Good Thursday morning.
Surgeon General Joseph Ladapo has been as coy about his vaccination status as he has been cagey with everything else related to COVID-19.
The good doctor has made a name for himself by advocating for the inverse of accepted medical advice on testing, masking and vaccines.
Given his many contrarian op-eds, one wonders whether Harvard — which requires vaccines for all faculty and staff, by the way — still wants to claim him as an alum. In essence, he is to Harvard Medical School what Gov. Ron DeSantis is to Harvard law.
The latest question mark comes after he refused to wear a mask when meeting with Sen. Tina Polsky, who was recently diagnosed with stage 1 breast cancer.
It would have been a cinch to comply with her request. Doing so would have been consistent with the medical advice Ladapo gave in the past. And, as Senate President Wilton Simpson said Wednesday, it’s just good manners.
Yet simple tasks may as well be herculean labors for Ladapo, who can’t manage to answer a yes or no question about whether he’s gotten the jab.
Thankfully, that mystery will be solved before Christmas as UF Health announced Wednesday that it will abide by the Joe Biden administration’s employer vaccine mandate.
The health system covers two-thirds of Ladapo’s paycheck — $262,000 — due to his joint appointment to a UF College of Medicine post.
Under UF Health’s policy, Ladapo has until Dec. 8 to either get the single-dose Johnson & Johnson shot or both doses of the Moderna or Pfizer vaccines.
So, it would seem the same price spikes found in the real property market also apply to the hill he’s trying to die on — time to see if he can afford it.
Almost a scoop — DeSantis has not officially filed for reelection, although a rollout of his 2022 plans is imminent, sources inside his juggernaut campaign say.
But just because DeSantis isn’t an official candidate doesn’t mean the chess-boarding isn’t underway.
Look for the well-regarded Generra Peck to be campaign manager, err, actually she may not get that exact title, but she is expected to run day-to-day operations for DeSantis ’22.
Peck is president of Pathway Public Affairs, where DeSantis senior adviser Phil Cox is a partner.
The Florida Chamber of Commerce’s annual meeting and Future of Florida Forum continues today, with a slate of speakers focused on how the business community can home in on strategies to make Florida a Top 10 economy in the world.
Day One featured a jam-packed agenda that included talks from three of the top elected officials in the state — CFO Jimmy Patronis, Attorney General Ashley Moody and Senate President Simpson — as well as updates and policy dives from some of the state’s foremost business leaders.
On Thursday, the Forum continues with panels on the future of higher education, workplace safety, transportation, space exploration, racial equity and rural economic development.
Each segment will drive home ways businesses can engage in the Florida Chamber’s Six Pillars Framework and help accomplish the 39 goals of the Florida 2030 Blueprint — the Chamber’s cornerstone research project on growing the economy.
But the highlight of the day comes shortly after noon when DeSantis is expected to take the stage to deliver a keynote on his vision for Florida’s future. House Speaker Chris Sprowls will follow with a talk on workforce reform.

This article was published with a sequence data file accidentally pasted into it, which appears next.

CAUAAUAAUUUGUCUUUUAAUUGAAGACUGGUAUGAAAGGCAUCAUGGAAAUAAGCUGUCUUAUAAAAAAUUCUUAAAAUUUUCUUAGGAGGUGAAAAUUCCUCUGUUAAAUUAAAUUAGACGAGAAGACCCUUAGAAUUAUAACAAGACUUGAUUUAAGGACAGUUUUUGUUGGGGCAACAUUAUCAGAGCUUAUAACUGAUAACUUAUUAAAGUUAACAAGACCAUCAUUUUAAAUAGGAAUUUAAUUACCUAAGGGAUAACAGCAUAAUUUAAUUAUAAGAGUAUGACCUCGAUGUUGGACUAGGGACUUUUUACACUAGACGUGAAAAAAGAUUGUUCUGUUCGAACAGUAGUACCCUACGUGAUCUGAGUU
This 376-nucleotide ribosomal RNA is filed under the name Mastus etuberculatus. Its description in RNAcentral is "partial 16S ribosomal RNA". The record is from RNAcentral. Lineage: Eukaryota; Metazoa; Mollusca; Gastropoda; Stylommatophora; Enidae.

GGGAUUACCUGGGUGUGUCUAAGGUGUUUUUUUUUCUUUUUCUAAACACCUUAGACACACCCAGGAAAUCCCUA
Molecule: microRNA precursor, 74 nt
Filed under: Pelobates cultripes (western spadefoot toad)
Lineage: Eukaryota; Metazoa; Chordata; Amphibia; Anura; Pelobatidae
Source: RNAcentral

Before the event wraps with a “Magic Close,” courtesy of comedian Mark Robinson, Florida Chamber of Commerce President and CEO Mark Wilson will summarize the information-dense, two-day event, answering the question on most business leaders’ minds: “Where do we go from here?”
“Jimmy Patronis outlines 2022 priorities at Future of Florida Forum” via Drew Wilson of Florida Politics — Patronis will focus on funding for first responders and cracking down on pesky scam calls during the upcoming Session. The Panama City Republican recounted the fight to secure COVID-19 liability protections for businesses. Heading into Session, Patronis said it was “important that we get the economy up and running in as many ways as possible.” “One of our top priorities is to make sure (first responders) have the support they need to do their job in order to protect our communities,” he said. Specifically, his office will seek a $10 million appropriation to purchase equipment and provide more training to urban search and rescue teams. Patronis also highlighted the work to spread the word about the state’s unclaimed property website.
“Future of Florida Forum: Wilton Simpson highlights education, environmental policy as keys to Florida’s economic success” via Drew Wilson of Florida Politics — Simpson said Florida’s economy had weathered the pandemic due to smart decisions at the state level, well before COVID-19 entered the lexicon. The Trilby Republican credited the Legislature’s focus on education — including “school choice” vouchers and funding for trade education programs. “Your state Legislature has spent a disproportionate amount of time on education. We don’t get a lot of credit for that, but we currently have the No. 1 university and college education system in the country, four years in a row,” Simpson said. “What does 15-20 years from now look like? If we have the best education facilities — university, college and K-12 systems — we will be the best place to do business by far,” he said.
“Future of Florida Forum: Child care staffing crisis could cripple economic comeback” via Drew Wilson of Florida Politics — As the job market and economy inches toward normalcy, child care centers are struggling to make ends meet. Rep. Vance Aloupis and Children’s Nest Day Schools President Tripp Crouch said that should worry business leaders and lawmakers as much as it does parents. “If the pandemic showed us anything, it shows that early learning is also about the worker … 85% of child care centers closed their doors across Miami-Dade County at the height of the pandemic, leaving moms and dads struggling to find (a) place to put their children so that they can be on the front lines fighting COVID. And the challenges have only increased,” Aloupis told the crowd. Crouch said the biggest challenge is finding teachers to put in classrooms.